I was in my Bridgetown office on May Day (also known as Labour Day) doing some work, when I heard and witnessed the May Day parade passing by on Crumpton Street.
What initially attracted my attention were the massive music trucks equipped with disc jockeys and booming sound systems. As they passed my office they were blaring two soca songs – Wutless by the Trinidadian band known as Kes, and We Ain’t Got No Behaviour by Mikey – to a crowd of revellers bedecked in corporate-sponsored T-shirts.
It seemed to me that I was witnessing a re-incarnation of the now defunct t-shirt band segment of the Kadooment Day revelry, and I could not help wondering what any of this had to do with celebrating and commemorating the workers’ cause and historical struggle.
But, truth be told, it had become clear to me several years ago that the Barbados Workers Union-sponsored Labour Day activities had lost much of their original legitimacy. I had received convincing evidence of this when I came across a memorandum from Management of the West India Biscuit Company giving directives to their employees as to their participation in the May Day parade, and instructing them as to what they were and were not permitted to do. Clearly, the May Day parade was no longer an expression of worker power and agency! It is no wonder therefore that the vast majority of workers now parade in corporate sponsored T-shirts!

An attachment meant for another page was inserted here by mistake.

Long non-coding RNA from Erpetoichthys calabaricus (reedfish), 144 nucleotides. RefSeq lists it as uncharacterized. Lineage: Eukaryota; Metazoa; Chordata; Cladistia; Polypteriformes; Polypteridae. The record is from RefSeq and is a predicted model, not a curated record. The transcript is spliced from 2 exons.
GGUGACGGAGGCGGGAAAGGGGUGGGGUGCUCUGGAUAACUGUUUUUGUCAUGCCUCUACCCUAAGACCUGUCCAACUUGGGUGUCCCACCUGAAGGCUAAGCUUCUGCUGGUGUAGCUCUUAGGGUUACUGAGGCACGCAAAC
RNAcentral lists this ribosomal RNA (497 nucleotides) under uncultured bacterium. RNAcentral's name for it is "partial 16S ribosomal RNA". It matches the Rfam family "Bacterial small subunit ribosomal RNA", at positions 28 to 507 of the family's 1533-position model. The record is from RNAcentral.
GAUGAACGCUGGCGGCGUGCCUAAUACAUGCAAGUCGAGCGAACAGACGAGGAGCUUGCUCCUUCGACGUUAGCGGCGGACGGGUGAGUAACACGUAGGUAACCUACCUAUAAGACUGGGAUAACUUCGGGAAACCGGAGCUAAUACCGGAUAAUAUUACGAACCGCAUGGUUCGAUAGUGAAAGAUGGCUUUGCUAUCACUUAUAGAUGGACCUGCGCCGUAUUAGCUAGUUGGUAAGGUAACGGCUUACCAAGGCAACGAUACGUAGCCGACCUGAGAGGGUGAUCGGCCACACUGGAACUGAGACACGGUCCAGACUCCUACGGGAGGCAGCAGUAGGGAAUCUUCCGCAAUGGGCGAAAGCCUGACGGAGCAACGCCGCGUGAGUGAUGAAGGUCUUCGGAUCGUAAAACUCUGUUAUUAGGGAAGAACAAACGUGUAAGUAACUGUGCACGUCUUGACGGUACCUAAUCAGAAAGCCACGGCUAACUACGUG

But the deficiencies of the May Day parade are merely symptomatic of a deep and profound defect in the labour movement of Barbados itself. This defect is rooted in the fact that the top leadership of the two major trade unions has, for some considerable time now, become monopolised by a relatively narrow group of persons who can only be described as labour bureaucrats. The reality is that a permanent labour bureaucracy has been installed in our trade union structures for several decades now.
The problem with such a structural bureaucracy is that it divests ordinary workers of a sense of ownership and hands-on participation in “their” trade unions. It seems to me that as the labour bureaucrats secured themselves in position and power, the trade unions came to reflect — more and more — the perspectives and interests of the bureaucracy, and gradually lost the interest and involvement of their increasingly sidelined mass membership.
Whatever there was in early Barbadian trade unionism of working class agency, will, energy, attachment to an ideal, and attachment to a sense of dignity, has gradually receded under the rule of the labour bureaucrats, as ordinary workers came to feel that the trade union no longer truly belonged to them.
No doubt there is a legitimate need and place in the trade union for the skills of the bureaucrat, but the bureaucracy must be kept in check and must not be permitted to dominate and monopolise the leadership. And unfortunately this is what seems to have happened with our two largest unions.